Terry Gervais, 65
Several positions in the futures market. He's short on Japanese bonds and long on natural gas.
Self-employed in a party and tent-rental company, he spent more than three decades as the owner of a successful catering company.
How he invests
Mr. Gervais has traded stocks since a teenager. "My first large win put me through first-year university," he reports. It was in Mississauga-based Steadman Industries, a maker of a "universal retainer to hold cargo containers on trucks, trains and boats." He is now more of a futures trader, playing commodity trends in his own account. Mr. Gervais also has a managed account with Toronto-based Blackheath Fund Management Inc., Mr. Gervais has found during his four decades of investing that "the best investments ... have been to go short a commodity that seems to have risen to an unsupportable height."
His first big score came in 1976. "I felt that coffee was trading too high at $3 a pound. Over the next month, I was able to make $100,000 playing coffee from the short side, as it fell." It can be a real gamble. "One needs nerves of steel - or stubbornness." The stress can sometimes be too much. After his coffee trade, he lost all the gains on other commodities. "I must take breaks, where I will walk away for a half year or so."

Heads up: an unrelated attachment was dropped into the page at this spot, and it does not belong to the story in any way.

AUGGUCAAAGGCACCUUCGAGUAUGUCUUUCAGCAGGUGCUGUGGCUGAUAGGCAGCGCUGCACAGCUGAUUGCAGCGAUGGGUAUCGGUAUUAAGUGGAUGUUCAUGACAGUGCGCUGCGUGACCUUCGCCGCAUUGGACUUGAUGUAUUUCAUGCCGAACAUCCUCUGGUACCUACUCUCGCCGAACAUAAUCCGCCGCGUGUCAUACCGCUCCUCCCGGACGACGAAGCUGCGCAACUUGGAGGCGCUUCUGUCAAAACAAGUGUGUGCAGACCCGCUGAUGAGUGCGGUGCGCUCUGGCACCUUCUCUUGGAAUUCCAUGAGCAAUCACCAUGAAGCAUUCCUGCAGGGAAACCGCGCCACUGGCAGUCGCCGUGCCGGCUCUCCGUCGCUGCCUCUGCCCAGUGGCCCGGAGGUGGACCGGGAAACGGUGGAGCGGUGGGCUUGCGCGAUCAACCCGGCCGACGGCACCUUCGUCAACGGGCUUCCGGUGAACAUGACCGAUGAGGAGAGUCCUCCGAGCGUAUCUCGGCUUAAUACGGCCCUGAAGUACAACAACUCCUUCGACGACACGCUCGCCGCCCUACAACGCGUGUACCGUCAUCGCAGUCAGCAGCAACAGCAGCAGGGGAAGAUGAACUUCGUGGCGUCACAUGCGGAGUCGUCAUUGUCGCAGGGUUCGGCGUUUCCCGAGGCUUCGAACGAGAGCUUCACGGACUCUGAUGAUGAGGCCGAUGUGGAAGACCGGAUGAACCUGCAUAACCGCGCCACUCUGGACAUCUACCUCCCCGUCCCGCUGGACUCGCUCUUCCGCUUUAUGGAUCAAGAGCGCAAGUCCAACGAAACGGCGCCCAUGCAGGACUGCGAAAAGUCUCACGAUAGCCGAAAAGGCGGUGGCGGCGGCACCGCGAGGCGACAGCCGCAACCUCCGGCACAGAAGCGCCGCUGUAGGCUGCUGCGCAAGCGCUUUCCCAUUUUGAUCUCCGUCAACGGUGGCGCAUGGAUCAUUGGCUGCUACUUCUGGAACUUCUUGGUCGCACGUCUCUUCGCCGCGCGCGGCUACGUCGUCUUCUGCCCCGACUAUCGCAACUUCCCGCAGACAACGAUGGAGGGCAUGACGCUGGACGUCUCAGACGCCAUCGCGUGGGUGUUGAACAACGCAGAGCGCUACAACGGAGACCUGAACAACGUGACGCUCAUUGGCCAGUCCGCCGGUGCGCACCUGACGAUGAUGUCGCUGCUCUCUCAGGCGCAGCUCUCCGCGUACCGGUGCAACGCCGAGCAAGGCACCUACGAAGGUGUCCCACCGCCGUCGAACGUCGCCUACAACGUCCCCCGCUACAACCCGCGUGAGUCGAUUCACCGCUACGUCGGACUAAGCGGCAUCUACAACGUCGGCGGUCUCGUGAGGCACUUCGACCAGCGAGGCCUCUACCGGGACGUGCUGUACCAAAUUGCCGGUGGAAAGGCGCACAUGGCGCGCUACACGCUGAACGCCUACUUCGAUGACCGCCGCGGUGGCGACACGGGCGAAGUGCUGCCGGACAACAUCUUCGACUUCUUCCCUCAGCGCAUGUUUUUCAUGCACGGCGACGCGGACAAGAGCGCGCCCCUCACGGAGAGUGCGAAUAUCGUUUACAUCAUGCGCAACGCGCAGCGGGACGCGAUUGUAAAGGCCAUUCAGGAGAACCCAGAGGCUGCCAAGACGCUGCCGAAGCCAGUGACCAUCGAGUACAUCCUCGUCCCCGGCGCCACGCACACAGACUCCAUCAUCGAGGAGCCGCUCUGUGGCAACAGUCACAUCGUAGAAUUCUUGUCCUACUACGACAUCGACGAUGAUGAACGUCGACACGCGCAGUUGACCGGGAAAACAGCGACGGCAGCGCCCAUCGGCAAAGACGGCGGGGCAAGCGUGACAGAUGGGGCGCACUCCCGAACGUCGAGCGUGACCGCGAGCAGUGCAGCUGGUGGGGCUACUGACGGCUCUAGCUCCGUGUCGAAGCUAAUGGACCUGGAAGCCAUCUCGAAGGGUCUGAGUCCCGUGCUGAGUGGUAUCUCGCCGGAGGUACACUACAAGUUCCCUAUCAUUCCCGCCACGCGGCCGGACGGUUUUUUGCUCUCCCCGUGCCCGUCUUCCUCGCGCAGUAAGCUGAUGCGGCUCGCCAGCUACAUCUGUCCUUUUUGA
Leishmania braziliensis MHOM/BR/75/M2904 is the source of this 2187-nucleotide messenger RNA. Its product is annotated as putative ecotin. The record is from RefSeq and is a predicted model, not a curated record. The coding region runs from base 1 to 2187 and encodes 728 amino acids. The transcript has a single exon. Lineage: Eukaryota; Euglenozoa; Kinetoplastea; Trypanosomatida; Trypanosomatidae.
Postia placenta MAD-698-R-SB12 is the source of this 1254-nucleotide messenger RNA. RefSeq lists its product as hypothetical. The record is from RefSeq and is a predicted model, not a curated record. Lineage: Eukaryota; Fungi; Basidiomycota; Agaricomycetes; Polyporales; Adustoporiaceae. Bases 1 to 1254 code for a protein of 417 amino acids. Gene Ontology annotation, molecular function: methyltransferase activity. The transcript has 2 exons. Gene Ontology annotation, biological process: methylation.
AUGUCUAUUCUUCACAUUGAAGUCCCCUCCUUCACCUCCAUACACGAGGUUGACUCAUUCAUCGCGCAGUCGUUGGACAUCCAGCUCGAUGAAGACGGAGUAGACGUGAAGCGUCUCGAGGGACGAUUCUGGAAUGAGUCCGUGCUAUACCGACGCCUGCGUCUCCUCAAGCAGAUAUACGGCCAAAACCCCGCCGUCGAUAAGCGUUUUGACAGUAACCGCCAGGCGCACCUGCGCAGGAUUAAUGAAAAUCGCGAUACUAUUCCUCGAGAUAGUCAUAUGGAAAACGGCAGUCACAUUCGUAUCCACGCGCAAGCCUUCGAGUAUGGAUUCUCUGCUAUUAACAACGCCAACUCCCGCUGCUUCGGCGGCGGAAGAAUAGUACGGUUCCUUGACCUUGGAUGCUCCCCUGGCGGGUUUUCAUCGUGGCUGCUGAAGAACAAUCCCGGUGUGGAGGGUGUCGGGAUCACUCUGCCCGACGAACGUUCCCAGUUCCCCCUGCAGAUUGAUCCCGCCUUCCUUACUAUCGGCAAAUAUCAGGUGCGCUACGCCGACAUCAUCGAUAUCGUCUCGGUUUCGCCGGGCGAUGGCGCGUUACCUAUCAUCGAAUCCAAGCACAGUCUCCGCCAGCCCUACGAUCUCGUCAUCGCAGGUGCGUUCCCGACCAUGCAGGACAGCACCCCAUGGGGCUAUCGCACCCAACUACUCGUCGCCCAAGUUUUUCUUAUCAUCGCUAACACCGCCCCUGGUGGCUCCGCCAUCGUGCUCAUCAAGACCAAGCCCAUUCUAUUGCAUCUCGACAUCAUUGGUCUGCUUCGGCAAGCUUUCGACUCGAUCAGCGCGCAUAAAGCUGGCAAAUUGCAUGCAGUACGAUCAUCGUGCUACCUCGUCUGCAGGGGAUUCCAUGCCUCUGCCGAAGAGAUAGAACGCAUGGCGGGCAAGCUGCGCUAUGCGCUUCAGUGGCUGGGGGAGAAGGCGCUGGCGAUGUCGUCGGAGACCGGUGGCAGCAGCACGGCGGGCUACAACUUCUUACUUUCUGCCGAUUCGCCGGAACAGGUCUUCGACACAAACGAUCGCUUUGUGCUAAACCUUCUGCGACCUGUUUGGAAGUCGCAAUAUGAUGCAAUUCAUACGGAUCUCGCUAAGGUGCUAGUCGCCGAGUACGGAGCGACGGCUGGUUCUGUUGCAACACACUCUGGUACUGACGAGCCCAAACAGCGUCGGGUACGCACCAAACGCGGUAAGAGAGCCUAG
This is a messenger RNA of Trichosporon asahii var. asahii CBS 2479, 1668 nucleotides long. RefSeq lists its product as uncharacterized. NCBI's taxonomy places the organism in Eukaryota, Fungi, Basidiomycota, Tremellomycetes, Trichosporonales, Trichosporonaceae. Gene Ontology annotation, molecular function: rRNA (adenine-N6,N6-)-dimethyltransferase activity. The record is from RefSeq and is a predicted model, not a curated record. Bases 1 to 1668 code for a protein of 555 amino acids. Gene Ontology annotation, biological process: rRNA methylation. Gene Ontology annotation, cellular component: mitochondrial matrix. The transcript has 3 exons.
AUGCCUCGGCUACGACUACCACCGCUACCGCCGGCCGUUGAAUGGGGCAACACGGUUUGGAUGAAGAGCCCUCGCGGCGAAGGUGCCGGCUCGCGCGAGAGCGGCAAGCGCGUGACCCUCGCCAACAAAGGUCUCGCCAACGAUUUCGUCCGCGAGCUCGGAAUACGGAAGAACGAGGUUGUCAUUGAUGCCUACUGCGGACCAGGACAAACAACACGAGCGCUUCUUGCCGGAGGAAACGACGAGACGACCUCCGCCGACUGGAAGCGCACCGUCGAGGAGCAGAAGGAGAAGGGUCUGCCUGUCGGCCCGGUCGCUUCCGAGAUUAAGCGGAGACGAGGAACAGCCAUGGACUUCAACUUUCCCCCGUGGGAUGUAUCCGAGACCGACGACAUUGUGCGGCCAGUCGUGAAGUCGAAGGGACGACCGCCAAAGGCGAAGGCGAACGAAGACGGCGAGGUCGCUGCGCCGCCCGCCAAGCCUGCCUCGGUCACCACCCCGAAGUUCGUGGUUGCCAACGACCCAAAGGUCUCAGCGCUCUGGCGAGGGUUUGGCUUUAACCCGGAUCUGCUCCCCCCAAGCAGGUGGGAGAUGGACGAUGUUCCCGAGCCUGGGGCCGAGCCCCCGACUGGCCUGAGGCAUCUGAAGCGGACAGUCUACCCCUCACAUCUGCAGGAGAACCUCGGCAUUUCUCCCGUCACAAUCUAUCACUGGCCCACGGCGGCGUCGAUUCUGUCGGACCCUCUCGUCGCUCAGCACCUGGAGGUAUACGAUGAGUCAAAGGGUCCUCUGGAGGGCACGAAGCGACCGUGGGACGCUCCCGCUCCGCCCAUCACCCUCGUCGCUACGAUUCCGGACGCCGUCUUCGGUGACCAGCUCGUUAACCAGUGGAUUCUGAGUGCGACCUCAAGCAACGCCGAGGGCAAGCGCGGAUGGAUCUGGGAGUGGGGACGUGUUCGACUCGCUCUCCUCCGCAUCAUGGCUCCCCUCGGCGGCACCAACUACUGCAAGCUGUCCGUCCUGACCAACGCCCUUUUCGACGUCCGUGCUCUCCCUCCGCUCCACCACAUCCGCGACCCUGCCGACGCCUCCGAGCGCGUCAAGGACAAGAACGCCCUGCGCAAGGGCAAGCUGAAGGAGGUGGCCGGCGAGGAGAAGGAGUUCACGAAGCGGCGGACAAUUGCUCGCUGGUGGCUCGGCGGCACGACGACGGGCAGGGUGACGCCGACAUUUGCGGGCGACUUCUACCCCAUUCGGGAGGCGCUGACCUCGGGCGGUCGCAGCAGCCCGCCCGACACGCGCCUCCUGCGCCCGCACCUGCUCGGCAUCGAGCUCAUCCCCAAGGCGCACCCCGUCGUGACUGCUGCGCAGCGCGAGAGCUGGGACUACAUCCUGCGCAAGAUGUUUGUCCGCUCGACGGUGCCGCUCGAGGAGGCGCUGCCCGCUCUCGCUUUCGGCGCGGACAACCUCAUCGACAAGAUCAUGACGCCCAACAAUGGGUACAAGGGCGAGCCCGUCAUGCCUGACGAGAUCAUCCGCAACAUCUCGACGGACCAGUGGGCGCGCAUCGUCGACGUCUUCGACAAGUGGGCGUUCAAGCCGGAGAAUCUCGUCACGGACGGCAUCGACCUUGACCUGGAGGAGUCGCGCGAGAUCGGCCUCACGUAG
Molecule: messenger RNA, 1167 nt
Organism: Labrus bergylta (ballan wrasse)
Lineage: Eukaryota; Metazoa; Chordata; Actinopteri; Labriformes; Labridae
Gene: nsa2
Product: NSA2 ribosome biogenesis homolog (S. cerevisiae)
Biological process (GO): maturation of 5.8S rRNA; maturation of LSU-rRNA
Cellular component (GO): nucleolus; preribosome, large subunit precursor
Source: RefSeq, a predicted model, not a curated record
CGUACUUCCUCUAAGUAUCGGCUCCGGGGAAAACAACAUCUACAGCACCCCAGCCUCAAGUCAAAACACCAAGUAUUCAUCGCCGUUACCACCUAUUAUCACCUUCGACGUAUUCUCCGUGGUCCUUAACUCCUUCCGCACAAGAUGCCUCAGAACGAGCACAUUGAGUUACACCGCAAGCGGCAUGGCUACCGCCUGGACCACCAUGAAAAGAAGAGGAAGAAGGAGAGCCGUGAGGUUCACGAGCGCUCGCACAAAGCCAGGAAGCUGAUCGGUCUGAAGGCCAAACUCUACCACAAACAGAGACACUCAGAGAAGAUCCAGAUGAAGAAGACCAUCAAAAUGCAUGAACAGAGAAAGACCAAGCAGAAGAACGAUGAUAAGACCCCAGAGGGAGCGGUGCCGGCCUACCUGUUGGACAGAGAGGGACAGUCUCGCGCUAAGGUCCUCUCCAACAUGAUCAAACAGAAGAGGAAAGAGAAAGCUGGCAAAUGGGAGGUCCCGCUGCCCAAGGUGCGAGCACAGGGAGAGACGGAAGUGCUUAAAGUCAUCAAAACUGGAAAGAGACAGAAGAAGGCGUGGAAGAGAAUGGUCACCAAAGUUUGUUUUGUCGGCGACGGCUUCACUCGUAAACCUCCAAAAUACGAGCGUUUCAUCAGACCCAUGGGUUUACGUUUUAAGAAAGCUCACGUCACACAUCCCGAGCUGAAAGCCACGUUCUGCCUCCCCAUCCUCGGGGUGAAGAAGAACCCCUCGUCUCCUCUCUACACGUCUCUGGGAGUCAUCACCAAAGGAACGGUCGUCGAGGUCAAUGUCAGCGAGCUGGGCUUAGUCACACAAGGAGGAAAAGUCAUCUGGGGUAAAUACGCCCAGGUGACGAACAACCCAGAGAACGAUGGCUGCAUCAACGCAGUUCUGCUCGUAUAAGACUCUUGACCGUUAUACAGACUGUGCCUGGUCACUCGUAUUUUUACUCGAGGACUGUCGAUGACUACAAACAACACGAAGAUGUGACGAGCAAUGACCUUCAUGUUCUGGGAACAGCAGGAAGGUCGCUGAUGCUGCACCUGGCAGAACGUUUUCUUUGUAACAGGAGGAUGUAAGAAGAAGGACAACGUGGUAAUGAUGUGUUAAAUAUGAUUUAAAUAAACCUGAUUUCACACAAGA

Shorting Japan's Nikkei stock index when it was above 30,000 in the early 1990s.
His short on now-rallying Japanese government bonds.
"My advice is to deal with an adviser to start."
Want to share your strategies?
© 2007 The Globe and Mail. All rights reserved.
Only GlobeinvestorGOLD combines the strength of powerful investing tools with the insight of The Globe and Mail.
Discover a wealth of investment information and and exclusive features.